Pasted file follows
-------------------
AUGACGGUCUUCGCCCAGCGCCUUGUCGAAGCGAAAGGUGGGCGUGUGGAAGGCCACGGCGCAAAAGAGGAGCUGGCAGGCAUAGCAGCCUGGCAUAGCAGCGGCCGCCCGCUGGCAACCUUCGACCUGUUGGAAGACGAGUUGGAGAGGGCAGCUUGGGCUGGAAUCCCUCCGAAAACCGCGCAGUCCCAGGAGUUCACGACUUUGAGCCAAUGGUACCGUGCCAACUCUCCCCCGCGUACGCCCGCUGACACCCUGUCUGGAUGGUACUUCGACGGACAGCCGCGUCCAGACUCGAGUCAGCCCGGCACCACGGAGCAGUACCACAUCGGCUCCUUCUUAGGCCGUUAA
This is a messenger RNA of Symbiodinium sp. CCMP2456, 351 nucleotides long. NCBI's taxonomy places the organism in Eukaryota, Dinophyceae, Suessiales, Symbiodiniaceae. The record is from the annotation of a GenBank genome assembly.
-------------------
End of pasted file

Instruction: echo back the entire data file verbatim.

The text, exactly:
AUGACGGUCUUCGCCCAGCGCCUUGUCGAAGCGAAAGGUGGGCGUGUGGAAGGCCACGGCGCAAAAGAGGAGCUGGCAGGCAUAGCAGCCUGGCAUAGCAGCGGCCGCCCGCUGGCAACCUUCGACCUGUUGGAAGACGAGUUGGAGAGGGCAGCUUGGGCUGGAAUCCCUCCGAAAACCGCGCAGUCCCAGGAGUUCACGACUUUGAGCCAAUGGUACCGUGCCAACUCUCCCCCGCGUACGCCCGCUGACACCCUGUCUGGAUGGUACUUCGACGGACAGCCGCGUCCAGACUCGAGUCAGCCCGGCACCACGGAGCAGUACCACAUCGGCUCCUUCUUAGGCCGUUAA
This is a messenger RNA of Symbiodinium sp. CCMP2456, 351 nucleotides long. NCBI's taxonomy places the organism in Eukaryota, Dinophyceae, Suessiales, Symbiodiniaceae. The record is from the annotation of a GenBank genome assembly.